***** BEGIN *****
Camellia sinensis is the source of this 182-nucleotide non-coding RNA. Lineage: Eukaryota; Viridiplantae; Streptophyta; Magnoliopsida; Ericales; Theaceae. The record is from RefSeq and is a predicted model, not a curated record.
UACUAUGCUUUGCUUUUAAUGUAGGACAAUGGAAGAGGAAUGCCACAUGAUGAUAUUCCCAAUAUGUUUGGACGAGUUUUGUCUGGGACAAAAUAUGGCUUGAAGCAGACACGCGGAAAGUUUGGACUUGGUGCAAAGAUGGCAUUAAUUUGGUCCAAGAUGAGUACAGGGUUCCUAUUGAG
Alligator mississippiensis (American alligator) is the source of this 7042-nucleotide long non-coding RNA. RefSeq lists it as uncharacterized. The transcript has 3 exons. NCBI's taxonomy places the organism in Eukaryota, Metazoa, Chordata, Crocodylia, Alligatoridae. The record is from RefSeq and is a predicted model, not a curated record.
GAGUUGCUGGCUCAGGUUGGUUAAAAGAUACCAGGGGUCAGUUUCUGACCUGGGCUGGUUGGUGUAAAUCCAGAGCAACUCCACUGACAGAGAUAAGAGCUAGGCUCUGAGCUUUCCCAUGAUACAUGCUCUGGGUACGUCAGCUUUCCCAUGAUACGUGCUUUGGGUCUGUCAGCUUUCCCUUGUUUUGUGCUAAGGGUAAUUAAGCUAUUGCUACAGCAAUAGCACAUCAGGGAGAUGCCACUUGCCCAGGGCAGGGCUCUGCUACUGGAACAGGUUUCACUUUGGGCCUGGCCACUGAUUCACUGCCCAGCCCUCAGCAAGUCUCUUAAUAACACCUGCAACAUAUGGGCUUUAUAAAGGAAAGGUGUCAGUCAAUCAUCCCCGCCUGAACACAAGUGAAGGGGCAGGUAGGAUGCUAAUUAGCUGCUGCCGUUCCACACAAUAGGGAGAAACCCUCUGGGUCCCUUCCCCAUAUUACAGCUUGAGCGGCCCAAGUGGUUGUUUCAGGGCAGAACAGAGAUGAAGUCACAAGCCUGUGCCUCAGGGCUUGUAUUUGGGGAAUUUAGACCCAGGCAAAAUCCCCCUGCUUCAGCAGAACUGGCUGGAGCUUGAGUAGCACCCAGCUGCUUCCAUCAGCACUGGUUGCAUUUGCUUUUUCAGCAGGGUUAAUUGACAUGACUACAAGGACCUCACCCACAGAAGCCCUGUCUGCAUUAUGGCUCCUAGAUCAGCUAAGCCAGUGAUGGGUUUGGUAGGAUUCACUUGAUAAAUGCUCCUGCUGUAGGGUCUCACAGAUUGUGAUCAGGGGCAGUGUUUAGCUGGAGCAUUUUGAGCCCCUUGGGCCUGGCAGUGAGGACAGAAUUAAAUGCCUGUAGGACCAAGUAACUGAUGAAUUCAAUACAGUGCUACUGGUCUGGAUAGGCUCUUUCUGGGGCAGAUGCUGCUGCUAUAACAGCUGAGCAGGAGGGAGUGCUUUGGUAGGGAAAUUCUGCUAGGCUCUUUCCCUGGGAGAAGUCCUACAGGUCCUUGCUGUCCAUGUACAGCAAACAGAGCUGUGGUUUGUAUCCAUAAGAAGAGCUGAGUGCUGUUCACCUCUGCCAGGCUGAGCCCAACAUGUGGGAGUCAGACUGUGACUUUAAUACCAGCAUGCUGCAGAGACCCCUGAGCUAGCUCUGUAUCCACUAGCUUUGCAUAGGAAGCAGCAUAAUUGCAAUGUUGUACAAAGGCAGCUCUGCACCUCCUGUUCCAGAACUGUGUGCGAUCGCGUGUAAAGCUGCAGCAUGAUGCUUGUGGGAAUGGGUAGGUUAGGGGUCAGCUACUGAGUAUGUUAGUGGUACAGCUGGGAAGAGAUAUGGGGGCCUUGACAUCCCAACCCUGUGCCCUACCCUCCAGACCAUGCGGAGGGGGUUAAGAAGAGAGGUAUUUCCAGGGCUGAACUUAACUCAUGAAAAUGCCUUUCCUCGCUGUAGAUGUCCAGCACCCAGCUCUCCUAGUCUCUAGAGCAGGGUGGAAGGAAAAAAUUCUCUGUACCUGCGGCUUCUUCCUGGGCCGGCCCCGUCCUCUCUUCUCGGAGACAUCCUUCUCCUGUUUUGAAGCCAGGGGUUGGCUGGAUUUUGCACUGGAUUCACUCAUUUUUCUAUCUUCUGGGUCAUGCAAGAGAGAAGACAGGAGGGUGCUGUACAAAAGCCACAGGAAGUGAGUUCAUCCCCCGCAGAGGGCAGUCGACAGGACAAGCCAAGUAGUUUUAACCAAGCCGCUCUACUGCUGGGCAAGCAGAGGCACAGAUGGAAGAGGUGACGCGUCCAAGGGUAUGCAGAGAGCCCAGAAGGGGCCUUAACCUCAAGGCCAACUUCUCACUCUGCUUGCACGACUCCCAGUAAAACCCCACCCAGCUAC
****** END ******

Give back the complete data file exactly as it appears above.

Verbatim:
Camellia sinensis is the source of this 182-nucleotide non-coding RNA. Lineage: Eukaryota; Viridiplantae; Streptophyta; Magnoliopsida; Ericales; Theaceae. The record is from RefSeq and is a predicted model, not a curated record.
UACUAUGCUUUGCUUUUAAUGUAGGACAAUGGAAGAGGAAUGCCACAUGAUGAUAUUCCCAAUAUGUUUGGACGAGUUUUGUCUGGGACAAAAUAUGGCUUGAAGCAGACACGCGGAAAGUUUGGACUUGGUGCAAAGAUGGCAUUAAUUUGGUCCAAGAUGAGUACAGGGUUCCUAUUGAG
Alligator mississippiensis (American alligator) is the source of this 7042-nucleotide long non-coding RNA. RefSeq lists it as uncharacterized. The transcript has 3 exons. NCBI's taxonomy places the organism in Eukaryota, Metazoa, Chordata, Crocodylia, Alligatoridae. The record is from RefSeq and is a predicted model, not a curated record.
GAGUUGCUGGCUCAGGUUGGUUAAAAGAUACCAGGGGUCAGUUUCUGACCUGGGCUGGUUGGUGUAAAUCCAGAGCAACUCCACUGACAGAGAUAAGAGCUAGGCUCUGAGCUUUCCCAUGAUACAUGCUCUGGGUACGUCAGCUUUCCCAUGAUACGUGCUUUGGGUCUGUCAGCUUUCCCUUGUUUUGUGCUAAGGGUAAUUAAGCUAUUGCUACAGCAAUAGCACAUCAGGGAGAUGCCACUUGCCCAGGGCAGGGCUCUGCUACUGGAACAGGUUUCACUUUGGGCCUGGCCACUGAUUCACUGCCCAGCCCUCAGCAAGUCUCUUAAUAACACCUGCAACAUAUGGGCUUUAUAAAGGAAAGGUGUCAGUCAAUCAUCCCCGCCUGAACACAAGUGAAGGGGCAGGUAGGAUGCUAAUUAGCUGCUGCCGUUCCACACAAUAGGGAGAAACCCUCUGGGUCCCUUCCCCAUAUUACAGCUUGAGCGGCCCAAGUGGUUGUUUCAGGGCAGAACAGAGAUGAAGUCACAAGCCUGUGCCUCAGGGCUUGUAUUUGGGGAAUUUAGACCCAGGCAAAAUCCCCCUGCUUCAGCAGAACUGGCUGGAGCUUGAGUAGCACCCAGCUGCUUCCAUCAGCACUGGUUGCAUUUGCUUUUUCAGCAGGGUUAAUUGACAUGACUACAAGGACCUCACCCACAGAAGCCCUGUCUGCAUUAUGGCUCCUAGAUCAGCUAAGCCAGUGAUGGGUUUGGUAGGAUUCACUUGAUAAAUGCUCCUGCUGUAGGGUCUCACAGAUUGUGAUCAGGGGCAGUGUUUAGCUGGAGCAUUUUGAGCCCCUUGGGCCUGGCAGUGAGGACAGAAUUAAAUGCCUGUAGGACCAAGUAACUGAUGAAUUCAAUACAGUGCUACUGGUCUGGAUAGGCUCUUUCUGGGGCAGAUGCUGCUGCUAUAACAGCUGAGCAGGAGGGAGUGCUUUGGUAGGGAAAUUCUGCUAGGCUCUUUCCCUGGGAGAAGUCCUACAGGUCCUUGCUGUCCAUGUACAGCAAACAGAGCUGUGGUUUGUAUCCAUAAGAAGAGCUGAGUGCUGUUCACCUCUGCCAGGCUGAGCCCAACAUGUGGGAGUCAGACUGUGACUUUAAUACCAGCAUGCUGCAGAGACCCCUGAGCUAGCUCUGUAUCCACUAGCUUUGCAUAGGAAGCAGCAUAAUUGCAAUGUUGUACAAAGGCAGCUCUGCACCUCCUGUUCCAGAACUGUGUGCGAUCGCGUGUAAAGCUGCAGCAUGAUGCUUGUGGGAAUGGGUAGGUUAGGGGUCAGCUACUGAGUAUGUUAGUGGUACAGCUGGGAAGAGAUAUGGGGGCCUUGACAUCCCAACCCUGUGCCCUACCCUCCAGACCAUGCGGAGGGGGUUAAGAAGAGAGGUAUUUCCAGGGCUGAACUUAACUCAUGAAAAUGCCUUUCCUCGCUGUAGAUGUCCAGCACCCAGCUCUCCUAGUCUCUAGAGCAGGGUGGAAGGAAAAAAUUCUCUGUACCUGCGGCUUCUUCCUGGGCCGGCCCCGUCCUCUCUUCUCGGAGACAUCCUUCUCCUGUUUUGAAGCCAGGGGUUGGCUGGAUUUUGCACUGGAUUCACUCAUUUUUCUAUCUUCUGGGUCAUGCAAGAGAGAAGACAGGAGGGUGCUGUACAAAAGCCACAGGAAGUGAGUUCAUCCCCCGCAGAGGGCAGUCGACAGGACAAGCCAAGUAGUUUUAACCAAGCCGCUCUACUGCUGGGCAAGCAGAGGCACAGAUGGAAGAGGUGACGCGUCCAAGGGUAUGCAGAGAGCCCAGAAGGGGCCUUAACCUCAAGGCCAACUUCUCACUCUGCUUGCACGACUCCCAGUAAAACCCCACCCAGCUAC